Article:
In late 2009, Google employee Misko Hevery was working in parallel on a project to create web applications to help him in his internal projects. This development was called Angular.js and was used to create other applications. Hevery launched this project in 2010 as an open source front-end.


In 2011, Facebook engineer Jordan Walke created this XHP-based JavaScript library, which is a simple front-end with HTML components. It was released in 2013, making the front-end of websites faster and flashier, without a lot of work.


Google employee Evan You created it after implementing several prototypes in a browser, using other front-ends as a reference. It was released in 2014. Vue.js can be used on both cell phones and computers. It has an HTML extension and a JavaScript base, making it a quite suitable Front-end tool.

Front-end as a Service

Today, many companies are building their portals and applications using independent modules that are combined, making the transition from a monolithic to a microservices architecture in the cloud a solution.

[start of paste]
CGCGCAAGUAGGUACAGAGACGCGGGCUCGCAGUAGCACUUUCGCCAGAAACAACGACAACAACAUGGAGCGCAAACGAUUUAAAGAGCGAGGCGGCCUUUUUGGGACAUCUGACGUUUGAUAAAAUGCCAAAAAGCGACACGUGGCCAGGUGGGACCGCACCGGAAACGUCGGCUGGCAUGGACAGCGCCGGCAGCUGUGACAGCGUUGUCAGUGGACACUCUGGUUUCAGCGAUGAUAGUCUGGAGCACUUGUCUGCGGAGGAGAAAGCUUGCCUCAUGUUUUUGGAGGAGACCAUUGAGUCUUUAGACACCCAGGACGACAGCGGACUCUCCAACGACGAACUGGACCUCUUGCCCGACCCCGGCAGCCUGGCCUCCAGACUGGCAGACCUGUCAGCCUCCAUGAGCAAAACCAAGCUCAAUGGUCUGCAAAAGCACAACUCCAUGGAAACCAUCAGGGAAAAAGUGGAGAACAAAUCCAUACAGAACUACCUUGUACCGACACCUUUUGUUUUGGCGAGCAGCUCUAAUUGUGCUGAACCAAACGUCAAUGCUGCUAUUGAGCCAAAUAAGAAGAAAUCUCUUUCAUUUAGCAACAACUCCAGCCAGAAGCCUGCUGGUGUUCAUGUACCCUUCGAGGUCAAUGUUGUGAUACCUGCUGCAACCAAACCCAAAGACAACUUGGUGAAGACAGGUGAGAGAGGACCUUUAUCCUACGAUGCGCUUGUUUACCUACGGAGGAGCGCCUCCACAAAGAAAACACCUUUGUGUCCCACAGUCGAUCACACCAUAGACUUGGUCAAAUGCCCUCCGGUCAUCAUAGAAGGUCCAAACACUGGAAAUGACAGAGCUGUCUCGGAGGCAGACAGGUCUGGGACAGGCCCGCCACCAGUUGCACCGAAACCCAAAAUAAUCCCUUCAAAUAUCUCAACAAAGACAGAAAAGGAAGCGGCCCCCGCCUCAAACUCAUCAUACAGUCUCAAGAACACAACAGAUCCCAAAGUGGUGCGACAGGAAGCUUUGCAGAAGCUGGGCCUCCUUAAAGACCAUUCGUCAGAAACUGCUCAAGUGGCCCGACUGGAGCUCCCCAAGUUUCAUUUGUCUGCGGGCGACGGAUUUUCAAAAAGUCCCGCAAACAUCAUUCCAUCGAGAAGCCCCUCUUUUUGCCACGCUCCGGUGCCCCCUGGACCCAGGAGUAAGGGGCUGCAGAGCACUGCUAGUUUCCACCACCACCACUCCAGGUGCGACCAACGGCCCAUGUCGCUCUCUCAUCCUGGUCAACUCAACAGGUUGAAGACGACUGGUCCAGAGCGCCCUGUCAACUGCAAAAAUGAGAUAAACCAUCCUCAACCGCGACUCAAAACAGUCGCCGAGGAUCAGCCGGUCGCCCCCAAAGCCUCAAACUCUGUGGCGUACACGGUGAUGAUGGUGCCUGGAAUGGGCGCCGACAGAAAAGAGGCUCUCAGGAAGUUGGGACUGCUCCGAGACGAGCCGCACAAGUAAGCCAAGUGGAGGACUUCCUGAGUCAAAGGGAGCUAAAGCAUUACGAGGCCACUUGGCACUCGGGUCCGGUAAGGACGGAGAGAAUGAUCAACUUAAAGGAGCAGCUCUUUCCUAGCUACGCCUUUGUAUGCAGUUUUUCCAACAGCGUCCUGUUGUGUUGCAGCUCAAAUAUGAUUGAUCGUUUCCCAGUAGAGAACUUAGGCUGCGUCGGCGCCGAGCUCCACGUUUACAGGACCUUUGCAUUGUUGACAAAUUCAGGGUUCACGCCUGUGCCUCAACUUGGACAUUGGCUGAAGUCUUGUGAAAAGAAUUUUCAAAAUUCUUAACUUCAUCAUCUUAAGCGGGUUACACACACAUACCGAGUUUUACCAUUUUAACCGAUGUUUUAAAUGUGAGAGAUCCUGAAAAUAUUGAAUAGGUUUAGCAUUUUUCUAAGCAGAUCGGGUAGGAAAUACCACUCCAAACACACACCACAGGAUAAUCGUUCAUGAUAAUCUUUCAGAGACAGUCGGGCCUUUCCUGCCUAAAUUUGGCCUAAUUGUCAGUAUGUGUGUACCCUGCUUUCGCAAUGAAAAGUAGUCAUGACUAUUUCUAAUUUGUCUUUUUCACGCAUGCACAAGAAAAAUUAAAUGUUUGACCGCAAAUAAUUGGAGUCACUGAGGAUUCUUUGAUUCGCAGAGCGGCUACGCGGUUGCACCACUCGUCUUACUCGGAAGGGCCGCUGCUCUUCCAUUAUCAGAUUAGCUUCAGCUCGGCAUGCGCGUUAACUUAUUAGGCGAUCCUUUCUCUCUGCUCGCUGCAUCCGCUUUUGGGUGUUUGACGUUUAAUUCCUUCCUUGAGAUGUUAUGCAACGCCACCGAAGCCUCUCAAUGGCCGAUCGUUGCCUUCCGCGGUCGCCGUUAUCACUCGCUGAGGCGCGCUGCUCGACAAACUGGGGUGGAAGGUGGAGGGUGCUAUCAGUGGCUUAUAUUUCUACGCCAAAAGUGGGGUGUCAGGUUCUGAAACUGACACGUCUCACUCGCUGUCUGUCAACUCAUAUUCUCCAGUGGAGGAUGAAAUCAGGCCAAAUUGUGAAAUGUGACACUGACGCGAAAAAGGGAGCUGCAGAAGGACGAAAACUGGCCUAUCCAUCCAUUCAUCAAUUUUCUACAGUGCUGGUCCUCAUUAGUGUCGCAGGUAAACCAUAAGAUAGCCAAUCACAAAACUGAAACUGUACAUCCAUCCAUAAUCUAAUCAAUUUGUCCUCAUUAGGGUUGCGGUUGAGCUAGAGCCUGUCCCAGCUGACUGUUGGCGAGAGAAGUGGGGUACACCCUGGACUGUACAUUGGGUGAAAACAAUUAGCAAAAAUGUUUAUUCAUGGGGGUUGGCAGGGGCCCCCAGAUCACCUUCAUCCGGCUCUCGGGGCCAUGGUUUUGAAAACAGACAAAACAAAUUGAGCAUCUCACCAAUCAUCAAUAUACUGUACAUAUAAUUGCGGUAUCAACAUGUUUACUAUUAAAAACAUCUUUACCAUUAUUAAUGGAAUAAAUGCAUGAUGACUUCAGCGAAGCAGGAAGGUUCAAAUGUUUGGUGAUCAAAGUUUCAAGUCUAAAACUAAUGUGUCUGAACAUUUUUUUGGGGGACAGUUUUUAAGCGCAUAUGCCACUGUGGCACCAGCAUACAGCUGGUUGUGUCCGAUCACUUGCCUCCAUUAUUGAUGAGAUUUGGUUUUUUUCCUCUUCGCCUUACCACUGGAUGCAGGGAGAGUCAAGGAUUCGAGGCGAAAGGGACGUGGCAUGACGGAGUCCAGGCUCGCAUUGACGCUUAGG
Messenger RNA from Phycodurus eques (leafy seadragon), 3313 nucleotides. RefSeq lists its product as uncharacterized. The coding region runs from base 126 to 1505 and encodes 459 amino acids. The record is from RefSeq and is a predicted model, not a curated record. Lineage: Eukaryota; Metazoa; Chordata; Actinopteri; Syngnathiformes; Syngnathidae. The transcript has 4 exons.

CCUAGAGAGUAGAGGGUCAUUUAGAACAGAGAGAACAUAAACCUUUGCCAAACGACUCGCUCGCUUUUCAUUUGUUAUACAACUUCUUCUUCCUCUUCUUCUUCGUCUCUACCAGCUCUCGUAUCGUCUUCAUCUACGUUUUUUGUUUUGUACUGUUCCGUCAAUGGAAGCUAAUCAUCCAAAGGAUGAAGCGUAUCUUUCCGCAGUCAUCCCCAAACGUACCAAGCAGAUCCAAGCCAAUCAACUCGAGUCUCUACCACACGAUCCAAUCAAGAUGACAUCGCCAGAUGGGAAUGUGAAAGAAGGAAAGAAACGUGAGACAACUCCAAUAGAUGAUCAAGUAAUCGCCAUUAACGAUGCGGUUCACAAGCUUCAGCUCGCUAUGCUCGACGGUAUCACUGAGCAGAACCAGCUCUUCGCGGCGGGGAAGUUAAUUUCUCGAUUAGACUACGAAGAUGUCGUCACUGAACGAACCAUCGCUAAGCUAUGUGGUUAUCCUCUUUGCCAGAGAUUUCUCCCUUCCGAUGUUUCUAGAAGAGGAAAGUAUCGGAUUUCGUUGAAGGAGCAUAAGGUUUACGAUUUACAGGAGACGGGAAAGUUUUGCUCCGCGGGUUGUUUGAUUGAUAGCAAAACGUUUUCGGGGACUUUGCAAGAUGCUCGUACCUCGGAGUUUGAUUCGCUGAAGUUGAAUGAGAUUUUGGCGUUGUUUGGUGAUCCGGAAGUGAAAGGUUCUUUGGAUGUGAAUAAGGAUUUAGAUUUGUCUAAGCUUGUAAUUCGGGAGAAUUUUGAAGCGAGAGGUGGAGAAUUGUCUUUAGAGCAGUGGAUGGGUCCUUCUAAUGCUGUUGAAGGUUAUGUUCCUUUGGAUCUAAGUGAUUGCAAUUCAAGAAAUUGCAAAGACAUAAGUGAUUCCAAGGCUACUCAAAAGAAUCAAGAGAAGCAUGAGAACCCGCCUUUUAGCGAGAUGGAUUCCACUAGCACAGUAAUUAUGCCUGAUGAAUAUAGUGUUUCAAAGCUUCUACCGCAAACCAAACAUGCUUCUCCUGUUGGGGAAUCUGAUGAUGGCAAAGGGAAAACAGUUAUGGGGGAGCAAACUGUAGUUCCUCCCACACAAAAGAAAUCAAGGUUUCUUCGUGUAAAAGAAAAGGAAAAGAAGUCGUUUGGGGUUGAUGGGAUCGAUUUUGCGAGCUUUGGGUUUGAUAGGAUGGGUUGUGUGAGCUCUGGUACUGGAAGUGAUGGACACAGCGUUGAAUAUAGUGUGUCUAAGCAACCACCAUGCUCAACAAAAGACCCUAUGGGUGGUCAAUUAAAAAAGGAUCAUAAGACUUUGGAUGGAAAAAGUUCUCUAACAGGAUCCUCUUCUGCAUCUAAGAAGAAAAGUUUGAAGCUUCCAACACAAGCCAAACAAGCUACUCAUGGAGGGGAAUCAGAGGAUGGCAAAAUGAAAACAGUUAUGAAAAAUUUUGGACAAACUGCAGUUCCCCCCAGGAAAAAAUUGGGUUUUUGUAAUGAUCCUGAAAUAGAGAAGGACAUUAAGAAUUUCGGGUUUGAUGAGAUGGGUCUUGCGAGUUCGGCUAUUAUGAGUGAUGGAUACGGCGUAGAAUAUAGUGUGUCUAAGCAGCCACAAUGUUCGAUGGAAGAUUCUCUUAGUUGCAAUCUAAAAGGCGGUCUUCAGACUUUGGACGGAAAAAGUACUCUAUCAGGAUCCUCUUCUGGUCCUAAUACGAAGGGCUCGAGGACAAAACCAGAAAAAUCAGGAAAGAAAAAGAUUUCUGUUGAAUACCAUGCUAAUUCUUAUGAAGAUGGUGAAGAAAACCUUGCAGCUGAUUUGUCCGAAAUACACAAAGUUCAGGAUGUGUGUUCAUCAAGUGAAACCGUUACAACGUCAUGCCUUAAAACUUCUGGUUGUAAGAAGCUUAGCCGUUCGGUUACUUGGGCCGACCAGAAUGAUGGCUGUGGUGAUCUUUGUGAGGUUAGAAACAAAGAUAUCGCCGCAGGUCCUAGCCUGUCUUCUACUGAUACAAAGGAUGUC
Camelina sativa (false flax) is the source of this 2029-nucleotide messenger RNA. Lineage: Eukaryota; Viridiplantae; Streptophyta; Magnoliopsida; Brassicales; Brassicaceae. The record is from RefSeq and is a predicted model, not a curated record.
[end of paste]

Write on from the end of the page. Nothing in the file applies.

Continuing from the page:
The rise of "Front-end as a Service" occurred with the development of the omnichannel marketing strategy in e-commerce. To reach customers it is no longer enough to have a website, but to use multiple channels.

Front-end as a Service comes into play by offering microservices, based on its service capability, because the omnichannel approach demands greater flexibility of digital applications.

Thus, this alternative provides front-end modules that can be combined, standardizing the front-end development, making it reliable and helping to optimize the production cycle.

For example, to create an e-commerce application, certain basic functions must be developed: shopping cart, payments, search, customer data, helpdesk, chatbots, etc.

With Front-end as a Service, you do not need to create these functions from scratch, but can select the modules provided by these platforms. By being able to combine them quickly, you create state-of-the-art e-commerce applications with exceptional functionality.

In short, modern web sites can be created by integrating a static site builder, a headless content manager and multiple front-end APIs depending on content distribution channels and business needs. 

Work with experts

At Aplyca we are experts in modern web development for large companies and we are partners of Contentful, one of the main Headless CMS companies.

Learn more about our projects and contact us to discuss your web projects.

You may also be interested in:You may also be interested in: